The most up-to-date information on corporal punishment of children in other countries can be found on the Canadian website of the Repeal 43 Committee. The "Repeal 43" refers to section 43 of the Criminal Code of Canada which allows hitting children to discipline them. See www.Repeal43.org
Like Britain, countries such as Sweden, Finland, Norway, and Austria had a defence to assaults on children similar to our s. 43. These defences were removed between 1957 and 1977. The criminal law of these countries therefore gives children the same protection from assault as it gives adults. Beginning with Sweden in 1979, these countries also amended their civil child welfare laws to expressly prohibit corporal punishment so that the public fully understood it was illegal.
Other countries, such as Germany and Iceland, had no such defence in their criminal law. But recognizing the harm of corporal punishment and a need for clear understanding on the part of the public, they amended their civil child welfare laws to ensure that everyone understood that it was prohibited. The result is that the following countries have no defence similar to s. 43 in their criminal law and have specifically prohibited corporal punishment in their civil law in the years indicated.
2007 New Zealand
In 1994, the Supreme Court of Portugal declared all corporal punishment of children unlawful. 1996, the Supreme Court of Italy came to the same conclusion. In June 2005, the Council of Europe's Committee of Social Rights confirmed that although these judgments prohibited all corporal punishment, not enough education had taken place to make the public aware of these changes in the law. Including these two countries, a total of 23 have now prohibited all corporal punishment of children.
You can read the current list of countries that don't allow corporal punishment of children at the Repeal 43 Committee webpage at: www.Repeal43.org/international.html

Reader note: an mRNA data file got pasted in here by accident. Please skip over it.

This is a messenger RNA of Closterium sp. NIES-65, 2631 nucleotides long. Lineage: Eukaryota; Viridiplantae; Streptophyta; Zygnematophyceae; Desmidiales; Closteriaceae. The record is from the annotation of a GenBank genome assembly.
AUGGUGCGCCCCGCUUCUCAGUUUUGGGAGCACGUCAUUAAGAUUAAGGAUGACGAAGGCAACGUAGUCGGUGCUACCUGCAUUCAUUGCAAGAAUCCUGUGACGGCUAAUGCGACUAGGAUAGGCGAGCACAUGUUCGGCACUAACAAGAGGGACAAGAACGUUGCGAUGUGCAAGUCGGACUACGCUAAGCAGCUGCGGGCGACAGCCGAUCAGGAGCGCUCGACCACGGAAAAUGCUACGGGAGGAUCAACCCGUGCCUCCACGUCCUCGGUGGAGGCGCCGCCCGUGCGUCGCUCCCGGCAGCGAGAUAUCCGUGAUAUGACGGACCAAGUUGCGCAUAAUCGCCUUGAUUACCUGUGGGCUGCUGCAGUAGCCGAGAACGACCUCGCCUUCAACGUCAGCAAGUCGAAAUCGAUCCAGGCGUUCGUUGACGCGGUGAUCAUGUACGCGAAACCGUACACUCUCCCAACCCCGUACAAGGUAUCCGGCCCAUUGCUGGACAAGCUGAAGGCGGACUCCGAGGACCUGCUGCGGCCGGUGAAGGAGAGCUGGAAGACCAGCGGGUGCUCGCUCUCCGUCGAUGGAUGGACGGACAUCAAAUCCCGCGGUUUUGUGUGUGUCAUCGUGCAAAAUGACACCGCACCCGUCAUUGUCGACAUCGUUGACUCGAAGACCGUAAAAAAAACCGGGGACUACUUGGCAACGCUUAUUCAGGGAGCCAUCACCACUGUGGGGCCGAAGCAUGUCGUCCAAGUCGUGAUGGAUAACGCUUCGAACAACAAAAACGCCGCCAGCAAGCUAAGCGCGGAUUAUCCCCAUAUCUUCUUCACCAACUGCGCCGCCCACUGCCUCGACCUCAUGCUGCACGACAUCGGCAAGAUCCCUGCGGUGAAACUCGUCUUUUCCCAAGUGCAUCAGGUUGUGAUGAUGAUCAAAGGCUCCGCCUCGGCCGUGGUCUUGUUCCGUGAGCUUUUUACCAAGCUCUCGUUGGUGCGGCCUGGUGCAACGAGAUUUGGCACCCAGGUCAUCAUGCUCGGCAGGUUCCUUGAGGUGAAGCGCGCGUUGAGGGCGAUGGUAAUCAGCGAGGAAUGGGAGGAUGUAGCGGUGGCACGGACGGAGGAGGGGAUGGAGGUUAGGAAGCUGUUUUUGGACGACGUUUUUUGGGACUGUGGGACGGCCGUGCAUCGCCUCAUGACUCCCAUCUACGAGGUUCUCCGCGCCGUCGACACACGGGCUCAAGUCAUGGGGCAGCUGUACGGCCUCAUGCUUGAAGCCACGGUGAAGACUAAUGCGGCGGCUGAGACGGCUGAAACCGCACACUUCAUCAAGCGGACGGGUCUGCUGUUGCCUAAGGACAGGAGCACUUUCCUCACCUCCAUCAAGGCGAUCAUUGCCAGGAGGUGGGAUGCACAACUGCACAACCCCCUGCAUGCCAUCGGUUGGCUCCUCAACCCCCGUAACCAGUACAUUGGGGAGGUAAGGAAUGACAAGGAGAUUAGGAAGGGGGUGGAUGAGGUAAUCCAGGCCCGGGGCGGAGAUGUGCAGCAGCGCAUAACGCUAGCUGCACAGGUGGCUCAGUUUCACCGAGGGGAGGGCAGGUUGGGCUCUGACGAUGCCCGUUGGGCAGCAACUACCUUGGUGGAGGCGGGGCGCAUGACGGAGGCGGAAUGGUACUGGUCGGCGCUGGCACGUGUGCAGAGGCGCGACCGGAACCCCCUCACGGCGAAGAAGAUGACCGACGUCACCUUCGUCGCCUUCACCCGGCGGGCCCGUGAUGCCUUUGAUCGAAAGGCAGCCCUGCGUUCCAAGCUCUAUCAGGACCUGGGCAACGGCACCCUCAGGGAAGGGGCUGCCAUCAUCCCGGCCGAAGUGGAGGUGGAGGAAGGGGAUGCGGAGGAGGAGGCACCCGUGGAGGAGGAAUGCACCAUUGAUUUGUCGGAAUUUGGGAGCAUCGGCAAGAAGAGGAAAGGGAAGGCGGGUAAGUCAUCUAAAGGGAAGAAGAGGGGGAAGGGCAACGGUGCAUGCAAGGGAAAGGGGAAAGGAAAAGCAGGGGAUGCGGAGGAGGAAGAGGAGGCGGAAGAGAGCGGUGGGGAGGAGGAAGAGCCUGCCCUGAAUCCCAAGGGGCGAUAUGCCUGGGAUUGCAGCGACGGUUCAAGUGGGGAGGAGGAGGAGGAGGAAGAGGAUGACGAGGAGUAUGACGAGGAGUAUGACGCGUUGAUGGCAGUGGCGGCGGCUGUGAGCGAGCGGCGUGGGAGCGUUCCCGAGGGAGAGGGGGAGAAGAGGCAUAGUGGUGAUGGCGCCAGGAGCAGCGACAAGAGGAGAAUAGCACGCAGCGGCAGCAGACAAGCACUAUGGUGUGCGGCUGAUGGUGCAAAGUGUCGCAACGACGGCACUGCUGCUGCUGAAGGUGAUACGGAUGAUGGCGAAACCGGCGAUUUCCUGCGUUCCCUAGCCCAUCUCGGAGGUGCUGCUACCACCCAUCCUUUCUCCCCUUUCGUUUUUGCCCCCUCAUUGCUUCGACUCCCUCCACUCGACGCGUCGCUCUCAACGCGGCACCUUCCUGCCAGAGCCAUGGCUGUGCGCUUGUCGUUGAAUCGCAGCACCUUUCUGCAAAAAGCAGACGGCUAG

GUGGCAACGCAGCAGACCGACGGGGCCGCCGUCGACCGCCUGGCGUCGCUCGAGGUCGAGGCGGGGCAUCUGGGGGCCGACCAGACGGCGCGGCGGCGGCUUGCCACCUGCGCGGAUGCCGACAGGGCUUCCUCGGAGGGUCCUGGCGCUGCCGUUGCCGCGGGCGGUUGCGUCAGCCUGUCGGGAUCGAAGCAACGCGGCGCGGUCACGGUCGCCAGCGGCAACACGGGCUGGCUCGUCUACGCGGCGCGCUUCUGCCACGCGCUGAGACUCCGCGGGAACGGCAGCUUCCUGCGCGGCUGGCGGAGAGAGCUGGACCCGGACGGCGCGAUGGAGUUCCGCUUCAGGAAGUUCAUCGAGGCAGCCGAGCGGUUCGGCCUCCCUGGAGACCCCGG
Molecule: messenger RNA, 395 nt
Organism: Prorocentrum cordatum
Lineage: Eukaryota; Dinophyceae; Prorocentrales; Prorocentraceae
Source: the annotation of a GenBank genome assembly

Corporal punishment is outdated, illegal and has been found - contrary to what some parents may say - to be harmful rather than useful in instilling discipline.
So it was appropriate that UCT's Children Institute has called for the ban of this disciplinary measure on children, which they describe as "cruel and degrading". In their recent submission to the Department of Social Development, the Working Group on Positive Discipline, of which the institute is a member, has instead called for "positive discipline" - which focuses on long-term solutions and develop children's own discipline - to be meted out to children. Read More ..
The Toronto Star, ( Canada's largest daily newspaper), by Jesse McLean, Staff reporter, September 28, 2009
Children who are spared a spanking grow up to have higher IQs than those who are physically disciplined, according to a study by one of North America's leading scholars on family violence.
Murray Straus examined the IQ scores of more than 1,500 children, divided in two groups - ages 2 to 4, and 5 to 9 - and compared them with IQ scores from four years later.
Straus found young children who had been slapped or spanked scored an average of five points lower on IQ tests than those who hadn't been hit. The discrepancy among the older age group was about 2.8 points.
"The bottom line is, kids need a lot of guidance and instruction. They just don't need to be hit," he said. Read More ..
By Stacey McDonald, student
Cape Breton University
November 25th, 2005
The purpose of this paper is to examine the question of whether the practice of corporal punishment in law should be made illegal in Canada. The question is this: in light of the UN Convention on the Rights of the Child, should Canada take steps to make the physical punishment of children even light spanking against the law. Read More ..
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